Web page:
SO how many rivers are there in Norwich? The Wensum of course and the Yare too. Those in the know might add the Tud at Costessey and the Tas near Lakenham. But how about the Dalymond and the Dallingfleet, the Great and the Little Cockey and the Muspole? These too were once well-known names to Norwich citizens. To a greater or lesser extent they still exist today. But hidden beneath concrete and contained within culverts they are Norwich’s secret rivers. Archaeologist Brian Ayers is the expert. Most of what I’ve written here relies on his book “Norwich: Archaeology of a Fine City”.
The Muspole ran into the north bank of the Wensum from small pool of the same name near the modern Muspole Street. Water from the Great Cockey still emerges from a pipe (main picture above, canoe-view of course) near the Art College having flowed through the city centre from the high ground near All Saints Green. The Little Cockey ran from Chapelfield down to the river at Westwick Street.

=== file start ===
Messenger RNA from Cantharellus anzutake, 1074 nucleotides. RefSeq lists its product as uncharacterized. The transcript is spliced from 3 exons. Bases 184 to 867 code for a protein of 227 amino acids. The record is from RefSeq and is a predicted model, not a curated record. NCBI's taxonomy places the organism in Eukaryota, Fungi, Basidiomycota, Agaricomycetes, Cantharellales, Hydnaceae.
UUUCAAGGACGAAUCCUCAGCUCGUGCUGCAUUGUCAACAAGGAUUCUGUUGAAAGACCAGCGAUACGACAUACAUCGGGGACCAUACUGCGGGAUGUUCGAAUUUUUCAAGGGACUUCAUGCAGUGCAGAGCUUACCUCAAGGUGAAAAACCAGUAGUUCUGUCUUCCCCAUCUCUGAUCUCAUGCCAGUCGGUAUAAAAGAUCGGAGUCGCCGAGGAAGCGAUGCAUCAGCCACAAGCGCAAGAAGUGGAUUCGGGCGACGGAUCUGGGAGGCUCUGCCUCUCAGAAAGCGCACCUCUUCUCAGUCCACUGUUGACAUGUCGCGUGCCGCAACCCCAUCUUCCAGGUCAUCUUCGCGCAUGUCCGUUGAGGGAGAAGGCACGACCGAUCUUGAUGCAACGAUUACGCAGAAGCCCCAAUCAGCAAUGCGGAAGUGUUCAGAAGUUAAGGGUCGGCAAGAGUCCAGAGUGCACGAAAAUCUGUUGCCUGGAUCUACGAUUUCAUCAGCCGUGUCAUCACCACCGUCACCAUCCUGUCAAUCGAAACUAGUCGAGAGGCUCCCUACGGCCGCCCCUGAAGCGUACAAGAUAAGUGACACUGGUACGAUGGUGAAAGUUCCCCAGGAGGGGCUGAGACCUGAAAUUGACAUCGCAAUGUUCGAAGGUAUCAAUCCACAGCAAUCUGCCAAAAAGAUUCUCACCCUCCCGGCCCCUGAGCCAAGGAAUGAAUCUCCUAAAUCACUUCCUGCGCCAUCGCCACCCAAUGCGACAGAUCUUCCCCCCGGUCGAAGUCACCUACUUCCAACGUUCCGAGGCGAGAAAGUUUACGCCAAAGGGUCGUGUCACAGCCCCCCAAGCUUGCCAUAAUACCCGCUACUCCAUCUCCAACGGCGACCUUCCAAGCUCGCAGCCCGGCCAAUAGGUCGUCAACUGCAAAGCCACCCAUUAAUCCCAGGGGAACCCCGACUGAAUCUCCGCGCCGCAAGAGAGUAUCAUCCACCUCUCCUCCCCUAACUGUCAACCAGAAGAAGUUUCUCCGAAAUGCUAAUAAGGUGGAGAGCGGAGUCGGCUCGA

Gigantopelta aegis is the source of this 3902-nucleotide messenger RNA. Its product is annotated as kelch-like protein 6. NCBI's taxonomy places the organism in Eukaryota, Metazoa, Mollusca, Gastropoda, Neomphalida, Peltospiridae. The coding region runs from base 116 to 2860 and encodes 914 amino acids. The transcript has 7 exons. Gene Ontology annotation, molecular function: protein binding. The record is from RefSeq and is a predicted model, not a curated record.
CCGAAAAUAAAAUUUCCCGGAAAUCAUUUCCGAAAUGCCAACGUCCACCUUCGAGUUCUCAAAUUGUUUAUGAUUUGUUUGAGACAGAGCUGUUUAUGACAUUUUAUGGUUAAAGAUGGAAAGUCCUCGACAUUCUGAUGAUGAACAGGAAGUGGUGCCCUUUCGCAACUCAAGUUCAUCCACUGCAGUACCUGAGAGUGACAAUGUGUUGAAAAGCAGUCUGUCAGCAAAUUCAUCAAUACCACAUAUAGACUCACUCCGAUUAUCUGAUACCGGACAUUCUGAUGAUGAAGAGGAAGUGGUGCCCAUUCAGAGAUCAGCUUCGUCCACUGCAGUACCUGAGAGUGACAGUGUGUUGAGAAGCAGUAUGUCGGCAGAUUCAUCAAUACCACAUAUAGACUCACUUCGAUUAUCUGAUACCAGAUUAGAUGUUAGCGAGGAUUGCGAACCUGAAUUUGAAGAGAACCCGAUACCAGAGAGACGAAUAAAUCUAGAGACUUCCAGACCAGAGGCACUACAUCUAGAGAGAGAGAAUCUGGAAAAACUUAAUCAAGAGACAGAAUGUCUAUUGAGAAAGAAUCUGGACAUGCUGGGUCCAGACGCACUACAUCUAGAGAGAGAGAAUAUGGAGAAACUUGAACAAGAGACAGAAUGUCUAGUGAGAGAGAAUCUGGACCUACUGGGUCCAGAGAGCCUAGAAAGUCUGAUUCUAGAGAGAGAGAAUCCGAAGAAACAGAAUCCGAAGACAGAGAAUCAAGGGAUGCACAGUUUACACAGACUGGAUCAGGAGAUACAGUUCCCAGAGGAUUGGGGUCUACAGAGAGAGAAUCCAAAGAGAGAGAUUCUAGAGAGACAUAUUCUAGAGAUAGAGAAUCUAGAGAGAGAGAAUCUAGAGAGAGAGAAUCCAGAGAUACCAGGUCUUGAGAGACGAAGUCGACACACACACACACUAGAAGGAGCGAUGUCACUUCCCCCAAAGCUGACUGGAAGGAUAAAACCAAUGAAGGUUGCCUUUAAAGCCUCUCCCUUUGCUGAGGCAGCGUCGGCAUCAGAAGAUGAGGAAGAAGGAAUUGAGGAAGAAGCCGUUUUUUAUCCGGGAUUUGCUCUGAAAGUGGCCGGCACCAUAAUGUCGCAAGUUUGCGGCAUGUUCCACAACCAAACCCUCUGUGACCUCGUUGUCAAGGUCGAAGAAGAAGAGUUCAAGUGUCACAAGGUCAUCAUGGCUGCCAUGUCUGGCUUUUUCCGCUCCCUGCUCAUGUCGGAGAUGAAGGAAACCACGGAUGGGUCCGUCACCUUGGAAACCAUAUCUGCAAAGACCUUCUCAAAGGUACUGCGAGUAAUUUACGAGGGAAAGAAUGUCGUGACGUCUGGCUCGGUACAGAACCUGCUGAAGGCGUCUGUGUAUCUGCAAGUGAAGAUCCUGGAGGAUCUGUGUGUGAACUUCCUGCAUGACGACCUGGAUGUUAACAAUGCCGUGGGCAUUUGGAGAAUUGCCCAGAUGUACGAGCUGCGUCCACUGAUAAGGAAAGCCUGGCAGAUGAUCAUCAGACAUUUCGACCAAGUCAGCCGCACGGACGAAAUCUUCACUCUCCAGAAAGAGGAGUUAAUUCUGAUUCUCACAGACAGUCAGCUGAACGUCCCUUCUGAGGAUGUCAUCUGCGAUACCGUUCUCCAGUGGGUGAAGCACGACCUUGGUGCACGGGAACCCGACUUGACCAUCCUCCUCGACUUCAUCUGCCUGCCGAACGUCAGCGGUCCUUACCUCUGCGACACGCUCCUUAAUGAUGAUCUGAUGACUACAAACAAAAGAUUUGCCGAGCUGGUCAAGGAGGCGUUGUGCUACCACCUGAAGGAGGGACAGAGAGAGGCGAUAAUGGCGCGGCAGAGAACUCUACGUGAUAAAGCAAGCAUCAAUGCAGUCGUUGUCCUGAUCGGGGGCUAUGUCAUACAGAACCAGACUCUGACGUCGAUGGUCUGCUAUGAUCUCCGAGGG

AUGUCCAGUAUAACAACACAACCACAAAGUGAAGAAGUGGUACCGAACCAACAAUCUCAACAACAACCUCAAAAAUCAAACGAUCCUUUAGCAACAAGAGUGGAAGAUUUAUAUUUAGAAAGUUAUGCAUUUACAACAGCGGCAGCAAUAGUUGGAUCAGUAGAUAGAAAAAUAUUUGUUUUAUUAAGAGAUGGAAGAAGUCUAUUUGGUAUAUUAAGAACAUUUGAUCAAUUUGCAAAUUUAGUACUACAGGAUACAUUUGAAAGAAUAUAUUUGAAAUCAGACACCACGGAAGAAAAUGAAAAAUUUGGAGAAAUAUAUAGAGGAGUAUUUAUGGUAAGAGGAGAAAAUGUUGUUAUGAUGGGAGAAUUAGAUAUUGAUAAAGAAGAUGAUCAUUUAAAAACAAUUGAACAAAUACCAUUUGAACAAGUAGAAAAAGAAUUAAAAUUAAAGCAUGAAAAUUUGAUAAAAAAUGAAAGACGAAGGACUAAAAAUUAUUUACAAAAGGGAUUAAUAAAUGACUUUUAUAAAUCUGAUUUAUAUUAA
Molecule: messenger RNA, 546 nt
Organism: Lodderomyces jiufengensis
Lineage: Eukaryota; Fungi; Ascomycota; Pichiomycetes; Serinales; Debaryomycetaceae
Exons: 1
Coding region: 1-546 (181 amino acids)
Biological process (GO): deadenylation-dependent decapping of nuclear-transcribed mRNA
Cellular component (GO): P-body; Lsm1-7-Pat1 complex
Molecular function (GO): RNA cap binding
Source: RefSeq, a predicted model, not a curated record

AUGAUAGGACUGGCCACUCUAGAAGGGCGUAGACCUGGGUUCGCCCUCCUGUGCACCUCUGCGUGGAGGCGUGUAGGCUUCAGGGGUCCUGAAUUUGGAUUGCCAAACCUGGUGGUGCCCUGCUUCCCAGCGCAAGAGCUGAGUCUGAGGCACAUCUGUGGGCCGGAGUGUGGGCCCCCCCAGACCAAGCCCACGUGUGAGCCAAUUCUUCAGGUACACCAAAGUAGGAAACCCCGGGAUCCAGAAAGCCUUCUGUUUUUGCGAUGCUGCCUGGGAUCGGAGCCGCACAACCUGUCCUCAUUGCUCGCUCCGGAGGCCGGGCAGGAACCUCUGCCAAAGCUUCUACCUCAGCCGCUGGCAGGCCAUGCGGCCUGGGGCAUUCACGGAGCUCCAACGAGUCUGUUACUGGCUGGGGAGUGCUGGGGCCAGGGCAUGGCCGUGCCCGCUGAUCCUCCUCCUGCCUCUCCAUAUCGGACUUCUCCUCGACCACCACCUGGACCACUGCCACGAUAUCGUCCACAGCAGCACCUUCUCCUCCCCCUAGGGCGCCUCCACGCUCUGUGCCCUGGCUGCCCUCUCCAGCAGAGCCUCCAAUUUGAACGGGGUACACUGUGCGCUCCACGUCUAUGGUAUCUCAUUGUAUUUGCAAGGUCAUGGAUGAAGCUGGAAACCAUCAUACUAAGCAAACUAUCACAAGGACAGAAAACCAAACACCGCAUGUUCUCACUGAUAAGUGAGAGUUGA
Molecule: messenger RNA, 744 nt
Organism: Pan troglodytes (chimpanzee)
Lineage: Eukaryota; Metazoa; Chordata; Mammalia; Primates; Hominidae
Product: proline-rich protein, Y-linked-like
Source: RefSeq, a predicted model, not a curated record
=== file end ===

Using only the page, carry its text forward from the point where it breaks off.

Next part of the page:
Downstream, the Dalymond rose in Old Catton and entered the Wensum off Fishergate at Hansard Lane. Again its outfall into the Wensum can only be seen by canoe (left). Lastly the Dallingfleet ran into the Wensum between the grounds of the cathedral and Foundry Bridge.